Friday marks the start of what may be the most fascinating few months in contemporary U.S. history. The Trump era promises a departure from the past eight years, but to where exactly? Depending on whose hyperbole you hear, we are headed toward either renaissance or holocaust.
We shall find out soon, but as a Trump skeptic trying to be a Trump optimist I can imagine some ways the months to come could yield positive results.
Education: As a candidate, Donald Trump promised a large federal school-choice program. That would be great, but the sums of money currently spent on k-12 schooling aren’t enough to provide meaningful flexibility to very many families. Spending more federal money on a state and local responsibility isn’t the right answer, but the Trump administration could try letting current funds follow students from poor families or with special needs follow them to the school of their choice. And it could strengthen the voucher program for students in the District of Columbia.
Tax reform: Trump talked a lot about fixing the U.S. tax code, and the area most in need of reform is the corporate income tax. Our high headline rate of 35 percent and convoluted system of deductions and credits discourage business investment and have contributed to the practice of U.S. firms keeping profits offshore or moving their headquarters overseas in so-called corporate inversions. Lowering that rate while reducing the number of exemptions would make the tax code, and companies’ tax-conscious decisions, more efficient.
What’s more, creating a low, short-term rate for American businesses that repatriate overseas profits to the U.S. could spur a boom in their domestic investment. Some $2.4 trillion in corporate profits are estimated to be parked offshore. Bringing back even a quarter of that amount would provide a 3 percent jolt to our $18 trillion economy. The effect of that would be incredible: Consider that, unless the fourth quarter was exceedingly good, the economy did not grow 3 percent in any single year of Barack Obama’s presidency. It could also yield a big boost to government coffers. Speaking of which …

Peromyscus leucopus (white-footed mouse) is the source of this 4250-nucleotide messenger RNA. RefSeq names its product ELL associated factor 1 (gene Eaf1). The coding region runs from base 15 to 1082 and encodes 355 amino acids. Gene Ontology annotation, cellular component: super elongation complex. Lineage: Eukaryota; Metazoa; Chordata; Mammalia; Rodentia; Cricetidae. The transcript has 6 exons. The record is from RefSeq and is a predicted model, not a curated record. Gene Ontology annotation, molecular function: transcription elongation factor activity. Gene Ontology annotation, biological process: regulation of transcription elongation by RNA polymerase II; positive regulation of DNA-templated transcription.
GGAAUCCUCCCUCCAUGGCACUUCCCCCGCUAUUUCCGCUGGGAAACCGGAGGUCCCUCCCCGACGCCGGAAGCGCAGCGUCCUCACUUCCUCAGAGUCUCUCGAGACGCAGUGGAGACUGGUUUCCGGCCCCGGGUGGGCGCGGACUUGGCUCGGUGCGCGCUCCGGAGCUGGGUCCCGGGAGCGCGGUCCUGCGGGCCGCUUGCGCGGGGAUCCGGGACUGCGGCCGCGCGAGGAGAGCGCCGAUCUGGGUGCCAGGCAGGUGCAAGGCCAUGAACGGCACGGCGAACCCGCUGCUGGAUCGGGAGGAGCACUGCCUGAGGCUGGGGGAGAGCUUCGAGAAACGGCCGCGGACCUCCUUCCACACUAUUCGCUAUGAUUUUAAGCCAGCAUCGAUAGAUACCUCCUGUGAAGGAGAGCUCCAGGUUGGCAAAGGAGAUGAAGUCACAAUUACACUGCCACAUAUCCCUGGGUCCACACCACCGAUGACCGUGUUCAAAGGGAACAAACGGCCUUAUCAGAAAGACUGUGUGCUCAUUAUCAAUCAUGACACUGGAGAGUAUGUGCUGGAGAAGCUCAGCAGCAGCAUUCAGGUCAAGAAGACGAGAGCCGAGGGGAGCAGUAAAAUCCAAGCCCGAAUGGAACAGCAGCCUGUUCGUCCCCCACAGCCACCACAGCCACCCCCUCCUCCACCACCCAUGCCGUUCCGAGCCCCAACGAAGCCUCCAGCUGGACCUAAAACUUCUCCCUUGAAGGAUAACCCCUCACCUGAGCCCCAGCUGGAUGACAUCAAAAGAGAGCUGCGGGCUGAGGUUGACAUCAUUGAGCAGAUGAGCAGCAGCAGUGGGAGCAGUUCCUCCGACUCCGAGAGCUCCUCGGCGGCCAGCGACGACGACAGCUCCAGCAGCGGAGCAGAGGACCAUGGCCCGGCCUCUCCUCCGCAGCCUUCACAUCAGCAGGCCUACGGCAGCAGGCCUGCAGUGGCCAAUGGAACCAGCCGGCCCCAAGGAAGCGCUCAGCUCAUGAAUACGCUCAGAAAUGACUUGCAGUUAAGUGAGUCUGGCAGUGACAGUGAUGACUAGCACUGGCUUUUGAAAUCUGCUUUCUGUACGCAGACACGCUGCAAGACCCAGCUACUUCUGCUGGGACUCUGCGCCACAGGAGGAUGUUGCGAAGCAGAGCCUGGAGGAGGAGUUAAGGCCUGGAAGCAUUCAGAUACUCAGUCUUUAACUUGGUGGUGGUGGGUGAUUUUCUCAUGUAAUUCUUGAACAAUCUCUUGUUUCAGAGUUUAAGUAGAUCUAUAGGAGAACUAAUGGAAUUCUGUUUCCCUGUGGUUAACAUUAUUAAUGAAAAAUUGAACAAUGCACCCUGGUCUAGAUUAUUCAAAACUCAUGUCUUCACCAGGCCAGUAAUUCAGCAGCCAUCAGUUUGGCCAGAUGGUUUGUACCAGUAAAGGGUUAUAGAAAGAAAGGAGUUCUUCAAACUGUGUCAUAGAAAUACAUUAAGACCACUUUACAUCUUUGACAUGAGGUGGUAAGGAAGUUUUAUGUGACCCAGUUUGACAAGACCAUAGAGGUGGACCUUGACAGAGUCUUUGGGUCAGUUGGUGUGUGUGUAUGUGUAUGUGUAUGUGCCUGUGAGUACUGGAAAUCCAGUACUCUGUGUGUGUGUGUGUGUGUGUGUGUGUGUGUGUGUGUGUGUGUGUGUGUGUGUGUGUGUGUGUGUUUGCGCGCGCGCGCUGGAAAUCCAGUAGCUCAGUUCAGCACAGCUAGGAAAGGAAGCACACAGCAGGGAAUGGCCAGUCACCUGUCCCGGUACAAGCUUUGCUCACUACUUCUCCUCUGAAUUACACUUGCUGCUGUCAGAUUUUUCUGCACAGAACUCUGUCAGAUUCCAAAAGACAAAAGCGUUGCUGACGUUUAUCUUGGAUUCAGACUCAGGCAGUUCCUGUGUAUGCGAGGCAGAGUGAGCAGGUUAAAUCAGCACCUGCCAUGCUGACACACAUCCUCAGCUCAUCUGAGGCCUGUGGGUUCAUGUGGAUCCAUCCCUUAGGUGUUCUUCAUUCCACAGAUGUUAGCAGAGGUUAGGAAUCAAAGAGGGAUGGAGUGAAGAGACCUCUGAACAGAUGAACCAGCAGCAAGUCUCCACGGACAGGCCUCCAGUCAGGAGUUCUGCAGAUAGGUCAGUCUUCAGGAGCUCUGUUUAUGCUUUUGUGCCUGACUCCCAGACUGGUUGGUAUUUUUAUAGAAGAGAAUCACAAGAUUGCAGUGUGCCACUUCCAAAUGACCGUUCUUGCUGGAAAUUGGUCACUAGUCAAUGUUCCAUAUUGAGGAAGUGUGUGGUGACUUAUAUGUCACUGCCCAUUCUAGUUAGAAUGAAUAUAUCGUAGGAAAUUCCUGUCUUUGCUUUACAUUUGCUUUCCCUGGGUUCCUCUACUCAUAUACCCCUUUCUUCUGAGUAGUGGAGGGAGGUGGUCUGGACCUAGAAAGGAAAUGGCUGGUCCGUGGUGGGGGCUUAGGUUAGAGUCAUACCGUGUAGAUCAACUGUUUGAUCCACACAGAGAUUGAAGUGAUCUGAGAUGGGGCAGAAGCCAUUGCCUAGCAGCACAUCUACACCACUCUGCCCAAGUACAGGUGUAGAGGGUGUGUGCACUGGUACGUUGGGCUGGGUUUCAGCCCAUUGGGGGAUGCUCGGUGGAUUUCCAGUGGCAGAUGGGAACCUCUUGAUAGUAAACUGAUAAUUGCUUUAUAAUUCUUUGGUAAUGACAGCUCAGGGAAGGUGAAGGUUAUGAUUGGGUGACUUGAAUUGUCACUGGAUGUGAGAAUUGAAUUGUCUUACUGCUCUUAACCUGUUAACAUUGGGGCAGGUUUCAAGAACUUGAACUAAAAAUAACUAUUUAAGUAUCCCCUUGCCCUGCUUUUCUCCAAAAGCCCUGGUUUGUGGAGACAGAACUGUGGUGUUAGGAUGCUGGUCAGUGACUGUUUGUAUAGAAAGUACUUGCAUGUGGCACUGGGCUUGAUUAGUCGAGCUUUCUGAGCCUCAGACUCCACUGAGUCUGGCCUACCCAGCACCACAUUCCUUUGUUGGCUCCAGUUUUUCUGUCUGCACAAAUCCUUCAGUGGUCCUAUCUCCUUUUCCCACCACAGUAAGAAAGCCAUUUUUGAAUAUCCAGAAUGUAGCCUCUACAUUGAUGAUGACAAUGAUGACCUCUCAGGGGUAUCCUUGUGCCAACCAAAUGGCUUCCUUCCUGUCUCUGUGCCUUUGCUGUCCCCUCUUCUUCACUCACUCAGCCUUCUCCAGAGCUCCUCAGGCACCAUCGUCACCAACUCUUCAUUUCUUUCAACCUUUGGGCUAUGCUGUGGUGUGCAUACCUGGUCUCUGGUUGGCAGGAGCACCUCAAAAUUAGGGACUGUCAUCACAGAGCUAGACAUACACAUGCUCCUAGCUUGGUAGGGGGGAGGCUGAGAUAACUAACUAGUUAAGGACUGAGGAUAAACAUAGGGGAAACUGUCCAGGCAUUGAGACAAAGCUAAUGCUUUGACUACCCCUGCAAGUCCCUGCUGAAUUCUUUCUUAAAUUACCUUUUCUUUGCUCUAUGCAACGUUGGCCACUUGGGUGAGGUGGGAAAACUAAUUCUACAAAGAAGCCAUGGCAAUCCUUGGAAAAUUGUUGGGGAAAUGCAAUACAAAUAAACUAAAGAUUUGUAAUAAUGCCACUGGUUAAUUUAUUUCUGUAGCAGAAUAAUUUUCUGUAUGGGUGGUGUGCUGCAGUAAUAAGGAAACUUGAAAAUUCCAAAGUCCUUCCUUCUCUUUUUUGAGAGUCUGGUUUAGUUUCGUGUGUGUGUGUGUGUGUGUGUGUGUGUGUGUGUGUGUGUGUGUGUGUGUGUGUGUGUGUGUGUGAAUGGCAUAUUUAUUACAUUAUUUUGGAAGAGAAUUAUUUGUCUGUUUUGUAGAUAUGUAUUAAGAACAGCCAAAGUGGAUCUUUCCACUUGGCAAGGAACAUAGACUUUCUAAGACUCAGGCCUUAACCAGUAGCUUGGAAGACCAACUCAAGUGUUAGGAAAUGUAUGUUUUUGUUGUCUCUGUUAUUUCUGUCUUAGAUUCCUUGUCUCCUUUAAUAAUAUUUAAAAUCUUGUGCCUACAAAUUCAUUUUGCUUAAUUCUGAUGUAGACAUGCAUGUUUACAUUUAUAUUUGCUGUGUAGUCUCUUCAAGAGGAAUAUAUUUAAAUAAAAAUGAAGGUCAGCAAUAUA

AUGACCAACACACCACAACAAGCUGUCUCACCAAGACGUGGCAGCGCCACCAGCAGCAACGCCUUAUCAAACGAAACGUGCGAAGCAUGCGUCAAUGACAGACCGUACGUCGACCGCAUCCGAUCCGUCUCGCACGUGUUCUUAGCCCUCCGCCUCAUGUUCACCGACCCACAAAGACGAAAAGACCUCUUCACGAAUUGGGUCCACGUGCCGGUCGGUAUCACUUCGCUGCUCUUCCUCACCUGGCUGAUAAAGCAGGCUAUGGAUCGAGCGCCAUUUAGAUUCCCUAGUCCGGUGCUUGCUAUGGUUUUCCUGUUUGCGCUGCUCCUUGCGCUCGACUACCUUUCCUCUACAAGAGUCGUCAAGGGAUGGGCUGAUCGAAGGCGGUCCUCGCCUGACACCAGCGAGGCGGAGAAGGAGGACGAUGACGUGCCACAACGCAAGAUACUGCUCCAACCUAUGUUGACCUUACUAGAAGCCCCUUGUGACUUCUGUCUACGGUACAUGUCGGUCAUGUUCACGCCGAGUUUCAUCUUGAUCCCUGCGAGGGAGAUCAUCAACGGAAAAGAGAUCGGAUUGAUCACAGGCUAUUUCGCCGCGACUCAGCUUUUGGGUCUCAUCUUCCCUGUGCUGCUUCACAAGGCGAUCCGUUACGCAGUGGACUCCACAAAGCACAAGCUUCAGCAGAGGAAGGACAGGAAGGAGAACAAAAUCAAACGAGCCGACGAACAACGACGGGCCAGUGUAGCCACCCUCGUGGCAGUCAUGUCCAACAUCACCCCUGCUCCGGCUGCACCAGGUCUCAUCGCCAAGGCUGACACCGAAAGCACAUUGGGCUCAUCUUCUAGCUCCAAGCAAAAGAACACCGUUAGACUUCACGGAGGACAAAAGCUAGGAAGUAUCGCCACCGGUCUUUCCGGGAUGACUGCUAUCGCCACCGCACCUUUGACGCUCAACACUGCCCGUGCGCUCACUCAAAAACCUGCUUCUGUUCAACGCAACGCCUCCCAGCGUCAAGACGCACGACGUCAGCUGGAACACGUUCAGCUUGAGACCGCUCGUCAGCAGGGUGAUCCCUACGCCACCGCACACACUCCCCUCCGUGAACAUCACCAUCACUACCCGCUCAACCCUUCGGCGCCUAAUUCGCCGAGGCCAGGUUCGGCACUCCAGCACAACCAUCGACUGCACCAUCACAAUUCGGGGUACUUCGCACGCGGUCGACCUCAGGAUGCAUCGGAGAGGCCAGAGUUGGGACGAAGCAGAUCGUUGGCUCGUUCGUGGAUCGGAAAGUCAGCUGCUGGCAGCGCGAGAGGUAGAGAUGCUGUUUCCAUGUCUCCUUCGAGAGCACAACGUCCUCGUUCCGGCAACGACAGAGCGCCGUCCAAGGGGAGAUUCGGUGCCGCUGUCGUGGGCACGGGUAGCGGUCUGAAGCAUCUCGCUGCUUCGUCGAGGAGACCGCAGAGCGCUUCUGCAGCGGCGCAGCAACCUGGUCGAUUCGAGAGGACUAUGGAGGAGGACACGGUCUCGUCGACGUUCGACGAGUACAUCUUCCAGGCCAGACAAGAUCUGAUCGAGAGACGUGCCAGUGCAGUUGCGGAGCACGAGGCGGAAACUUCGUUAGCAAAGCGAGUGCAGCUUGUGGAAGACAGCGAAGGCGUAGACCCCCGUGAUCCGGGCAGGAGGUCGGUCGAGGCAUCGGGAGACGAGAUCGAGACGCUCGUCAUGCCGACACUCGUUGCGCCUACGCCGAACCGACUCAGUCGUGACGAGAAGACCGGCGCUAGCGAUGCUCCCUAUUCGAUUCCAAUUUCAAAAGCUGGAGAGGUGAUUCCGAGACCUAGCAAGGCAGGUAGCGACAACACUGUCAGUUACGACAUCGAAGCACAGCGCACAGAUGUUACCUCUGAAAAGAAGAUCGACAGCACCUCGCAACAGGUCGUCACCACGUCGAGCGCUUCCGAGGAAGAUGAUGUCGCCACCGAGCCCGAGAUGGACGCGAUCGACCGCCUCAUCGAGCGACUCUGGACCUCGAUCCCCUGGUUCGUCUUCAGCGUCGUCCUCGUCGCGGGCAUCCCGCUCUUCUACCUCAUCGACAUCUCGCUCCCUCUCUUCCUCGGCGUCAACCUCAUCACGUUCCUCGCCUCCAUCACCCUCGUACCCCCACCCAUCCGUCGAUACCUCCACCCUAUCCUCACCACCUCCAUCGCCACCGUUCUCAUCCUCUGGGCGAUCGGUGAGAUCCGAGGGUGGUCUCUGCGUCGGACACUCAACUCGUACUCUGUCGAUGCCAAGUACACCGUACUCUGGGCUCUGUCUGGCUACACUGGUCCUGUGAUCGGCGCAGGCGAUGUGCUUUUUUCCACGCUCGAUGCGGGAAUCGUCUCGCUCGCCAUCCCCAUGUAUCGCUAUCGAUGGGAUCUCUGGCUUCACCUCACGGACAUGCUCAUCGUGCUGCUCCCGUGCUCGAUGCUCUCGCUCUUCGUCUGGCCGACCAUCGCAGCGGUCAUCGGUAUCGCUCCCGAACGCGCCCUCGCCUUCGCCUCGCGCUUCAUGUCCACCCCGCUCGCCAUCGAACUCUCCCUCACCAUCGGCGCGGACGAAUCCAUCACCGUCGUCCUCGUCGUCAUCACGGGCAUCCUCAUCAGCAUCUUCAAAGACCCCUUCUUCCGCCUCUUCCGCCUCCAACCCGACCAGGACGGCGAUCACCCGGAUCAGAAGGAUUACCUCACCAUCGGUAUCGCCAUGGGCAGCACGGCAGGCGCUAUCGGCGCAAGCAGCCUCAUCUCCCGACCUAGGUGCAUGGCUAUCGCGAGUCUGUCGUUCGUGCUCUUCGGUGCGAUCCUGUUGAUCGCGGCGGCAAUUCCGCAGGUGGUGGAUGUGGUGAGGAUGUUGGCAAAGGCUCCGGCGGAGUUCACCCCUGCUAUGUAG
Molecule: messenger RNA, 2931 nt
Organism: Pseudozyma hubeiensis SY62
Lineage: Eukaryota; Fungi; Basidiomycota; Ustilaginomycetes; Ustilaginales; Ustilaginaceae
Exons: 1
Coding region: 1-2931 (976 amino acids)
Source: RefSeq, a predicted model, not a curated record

Infrastructure and debt reduction: Yes, you read that correctly. One of Trump’s big talking points was the need to update our infrastructure, from roads and rails to airports. Congress should tread carefully here, as infrastructure spending for the sake of job creation is vastly overrated. But it could be useful to devote a portion of the tax revenues from those repatriated profits to projects with strict, measurable criteria — think traffic-congestion relief via roads or transit, structural deficiencies in bridges, updates to the electrical grid, or expansions of ports that handle growing amounts of freight. Use the money to reward states and cities that are also putting their own money into such projects, and it’d go even farther.
Then direct the balance of the new revenue toward paying down national debt. Even if it were a small number relative to the total debt (and it would be), it would be both a symbolic and a concrete step. After all, Washington’s credibility on fiscal responsibility is also in desperate need of repair.
There will be other opportunities — repealing and replacing Obamacare is the most obvious one — but these items would be consistent with Trump’s vision, feasible, and sound.